Bangabandhu-1 launch process postponed, to resume tomorrow
Satellite launching company SpaceX has postponed its process to launch Bangabandhu-1 to the orbit due to a standard ground system auto abort.
It will resume the process tomorrow at 4:14pm US local time, SpaceX told in a tweet early today.
It means the launching process will resume at 2:14am (Bangladesh local time).
Asked about the reason of the postponement, State Minister for ICT Zunaid Ahmed Palak told The Daily Star, "There is nothing wrong with the rocket and satellite. Perhaps there were some technical glitch in operating system".
Before the postponement, Palak last night said that SpaceX has started their preparation for the launch, everything was in their favour including weather.
Standing down today due to a standard ground system auto abort at T-1 min. Rocket and payload are in good health—teams are working towards tomorrow's backup launch opportunity at 4:14 p.m. EDT, or 20:14 UTC.
— SpaceX (@SpaceX) May 10, 2018
Through this launching Bangladesh will enter into a historic journey of elite satellite club.
Bangladesh delegation led by Prime Minister's ICT Advisor Sajeeb Wazed Joy reached the Cape Carnival launching pad early last morning and learned about the final preparation.
All the people were five kilometres away from the launch pad to see the take-off with their own eyes.
Bangladesh's flagship venture Bangabandhu-1 satellite will be carried by newly built rocket Falcon-9.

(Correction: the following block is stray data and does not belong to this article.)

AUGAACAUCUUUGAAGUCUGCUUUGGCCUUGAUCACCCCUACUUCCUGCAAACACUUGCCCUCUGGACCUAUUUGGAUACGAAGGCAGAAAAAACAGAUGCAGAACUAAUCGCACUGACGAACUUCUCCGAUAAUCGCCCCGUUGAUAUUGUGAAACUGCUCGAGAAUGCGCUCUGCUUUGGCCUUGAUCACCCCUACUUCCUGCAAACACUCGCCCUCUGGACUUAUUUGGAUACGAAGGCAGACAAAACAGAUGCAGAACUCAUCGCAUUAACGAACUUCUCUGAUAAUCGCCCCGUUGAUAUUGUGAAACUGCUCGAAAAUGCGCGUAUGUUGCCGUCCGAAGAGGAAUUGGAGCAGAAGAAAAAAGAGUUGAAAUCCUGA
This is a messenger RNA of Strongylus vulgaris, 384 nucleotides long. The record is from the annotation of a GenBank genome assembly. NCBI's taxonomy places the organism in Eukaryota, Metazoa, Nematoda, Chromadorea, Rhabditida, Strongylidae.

The 3.7-tonne satellite will travel up to 36,000km from the launch pad before making adjustments for orbit and it will take 10 days for that.
The entire launch process has two phases -- in first phase is the Launch and Early Orbit Phase (LEOP) and the second phase is Satellite in Orbit. The LEOP phase will take 10 days while the second will take 20 days.
After the satellite becomes active, its control will shift to three ground stations in the US, Italy and Korea. The three stations will take control of the satellite and move it 300km to its assigned position (119.1 east longitudinal orbital slot), State Minister for ICT Palak said.
It will take nearly 20 days to bring the satellite under complete control, he said. Once it is completely operational, the control will be transferred to the ground stations in Bangladesh.
The country's first commercial satellite was manufactured by the Thales Alenia Space, a French firm at their facility from 2016 to 2017. After construction, tests, inspection and transfer the satellite was brought to the launching pad through a cargo flight on March 30.
The Falcon-9 rocket, which will carry the rocket, has four parts, with the satellite on top, followed by the adaptor, said Project Director Mohammad Mesbahuzzaman. Below the adaptor is Stage-2 of the rocket, while the lowest section is Stage-1.
During take-off, Stage-1 will fire and will carry the spacecraft upwards with tremendous speed.
At one point the Stage-1 rockets will be jettisoned and will fall back to Earth and the Stage-2 rockets will begin firing. Stage-2 will carry the spacecraft to 35,700km before being jettisoned and will linger in orbit at a certain distance from the satellite, he added.
It will take few more days for the control of the satellite to come to its Gazipur's Joydebpur and Rangamati's Betbunia ground station.
The satellite was originally scheduled for launching on December 16 last year but the devastation from Hurricane Irma delayed its scheduled launches from Cape Canaveral, Florida. Later it had re-scheduled several times but technical challenges pushed down to re-set it again and again.
The Bangabandhu-1 satellite has 40 transponders, one transponder equivalent to 36 Megahertz spectrums. According to the plan Bangladesh will use 20 transponders of them. The 20 others will be rented out to other countries especially in some South East Asian countries like Philippines and Indonesia.